What I’m thankful for this year

Picture of mountain countryside. Thankful for beautiful views!

Thanksgiving is probably my favorite holiday. It is very closely followed by Christmas, but this is the holiday that my family gets together for most consistently and I love the emphasis on gratitude.

My grandmother, Grandma G, had a tradition where every year before we could eat, we had to go around the table and say something we are grateful for that year.

She passed away three years ago after battling cancer. She was a true matriarch of our family and I miss her dearly, especially this time of year. In her honor, we still keep her Thanksgiving tradition alive by voicing something for which we are thankful.

This post isn’t really about finances or money. However, I believe that contentment is an essential element of practicing frugality and conscious consumerism. Gratitude is the root of contentment.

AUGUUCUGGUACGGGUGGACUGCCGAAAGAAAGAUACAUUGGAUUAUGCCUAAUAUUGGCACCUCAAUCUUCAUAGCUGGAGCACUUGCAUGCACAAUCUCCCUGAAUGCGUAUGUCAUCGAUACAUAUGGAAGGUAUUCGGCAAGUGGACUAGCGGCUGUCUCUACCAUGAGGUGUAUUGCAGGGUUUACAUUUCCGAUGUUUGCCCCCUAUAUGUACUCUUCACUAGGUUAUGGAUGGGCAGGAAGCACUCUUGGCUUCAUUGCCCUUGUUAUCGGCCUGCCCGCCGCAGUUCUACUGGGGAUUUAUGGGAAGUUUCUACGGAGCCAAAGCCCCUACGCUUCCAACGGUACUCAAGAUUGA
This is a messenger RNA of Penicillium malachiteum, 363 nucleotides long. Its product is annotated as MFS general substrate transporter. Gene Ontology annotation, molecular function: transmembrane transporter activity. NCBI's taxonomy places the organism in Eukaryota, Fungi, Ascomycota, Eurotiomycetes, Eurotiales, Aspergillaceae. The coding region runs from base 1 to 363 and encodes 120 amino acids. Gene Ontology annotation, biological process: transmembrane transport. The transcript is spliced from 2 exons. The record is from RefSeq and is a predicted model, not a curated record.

So, without further ado, I’m getting a head start before Thursday and putting my gratitude in writing early this year.

Here is my list:

1. I’m thankful for the birth of my daughter

She is beautiful, healthy, shares my curly hair, her father’s nose, and has the most infectious grin I’ve ever seen in a baby. Her smile can cheer up the most sullen stranger and she has gift for bringing a light out in others. I hope she never loses that quality. She truly has made our lives better and she would make her great-Grandma G proud.

2. I’m thankful for a job that I love

I’m frequently conscious of and grateful for the fact that I’m that rare millennial who got a graduate degree and had a job lined up in my field before graduating. I like to think it was the result of hard work and networking, but I do recognize the element of good fortune in the way it all turned out.